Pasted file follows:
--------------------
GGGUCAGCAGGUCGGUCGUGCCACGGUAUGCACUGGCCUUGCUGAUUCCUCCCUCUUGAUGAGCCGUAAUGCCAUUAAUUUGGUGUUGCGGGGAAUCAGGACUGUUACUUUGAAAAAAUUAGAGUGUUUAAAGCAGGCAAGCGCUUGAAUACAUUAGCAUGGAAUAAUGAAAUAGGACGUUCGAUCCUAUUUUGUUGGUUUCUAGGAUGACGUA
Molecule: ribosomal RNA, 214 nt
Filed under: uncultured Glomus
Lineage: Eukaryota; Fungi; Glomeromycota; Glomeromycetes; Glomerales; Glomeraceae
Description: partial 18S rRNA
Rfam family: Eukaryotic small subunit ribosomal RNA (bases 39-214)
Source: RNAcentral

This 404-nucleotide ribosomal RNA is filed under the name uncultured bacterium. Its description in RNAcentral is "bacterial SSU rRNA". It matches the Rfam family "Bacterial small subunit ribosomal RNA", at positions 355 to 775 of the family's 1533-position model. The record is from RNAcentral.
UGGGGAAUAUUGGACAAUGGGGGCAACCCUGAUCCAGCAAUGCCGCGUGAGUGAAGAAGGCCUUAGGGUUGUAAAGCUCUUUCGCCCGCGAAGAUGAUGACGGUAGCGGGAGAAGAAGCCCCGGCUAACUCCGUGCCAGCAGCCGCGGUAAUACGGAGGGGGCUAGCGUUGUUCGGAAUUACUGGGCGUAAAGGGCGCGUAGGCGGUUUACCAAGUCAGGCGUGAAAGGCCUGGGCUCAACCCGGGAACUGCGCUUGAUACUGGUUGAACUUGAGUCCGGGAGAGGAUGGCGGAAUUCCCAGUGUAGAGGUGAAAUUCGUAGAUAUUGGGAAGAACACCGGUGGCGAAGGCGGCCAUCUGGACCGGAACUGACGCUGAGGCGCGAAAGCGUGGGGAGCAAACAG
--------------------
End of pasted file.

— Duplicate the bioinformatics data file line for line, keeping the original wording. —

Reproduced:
GGGUCAGCAGGUCGGUCGUGCCACGGUAUGCACUGGCCUUGCUGAUUCCUCCCUCUUGAUGAGCCGUAAUGCCAUUAAUUUGGUGUUGCGGGGAAUCAGGACUGUUACUUUGAAAAAAUUAGAGUGUUUAAAGCAGGCAAGCGCUUGAAUACAUUAGCAUGGAAUAAUGAAAUAGGACGUUCGAUCCUAUUUUGUUGGUUUCUAGGAUGACGUA
Molecule: ribosomal RNA, 214 nt
Filed under: uncultured Glomus
Lineage: Eukaryota; Fungi; Glomeromycota; Glomeromycetes; Glomerales; Glomeraceae
Description: partial 18S rRNA
Rfam family: Eukaryotic small subunit ribosomal RNA (bases 39-214)
Source: RNAcentral

This 404-nucleotide ribosomal RNA is filed under the name uncultured bacterium. Its description in RNAcentral is "bacterial SSU rRNA". It matches the Rfam family "Bacterial small subunit ribosomal RNA", at positions 355 to 775 of the family's 1533-position model. The record is from RNAcentral.
UGGGGAAUAUUGGACAAUGGGGGCAACCCUGAUCCAGCAAUGCCGCGUGAGUGAAGAAGGCCUUAGGGUUGUAAAGCUCUUUCGCCCGCGAAGAUGAUGACGGUAGCGGGAGAAGAAGCCCCGGCUAACUCCGUGCCAGCAGCCGCGGUAAUACGGAGGGGGCUAGCGUUGUUCGGAAUUACUGGGCGUAAAGGGCGCGUAGGCGGUUUACCAAGUCAGGCGUGAAAGGCCUGGGCUCAACCCGGGAACUGCGCUUGAUACUGGUUGAACUUGAGUCCGGGAGAGGAUGGCGGAAUUCCCAGUGUAGAGGUGAAAUUCGUAGAUAUUGGGAAGAACACCGGUGGCGAAGGCGGCCAUCUGGACCGGAACUGACGCUGAGGCGCGAAAGCGUGGGGAGCAAACAG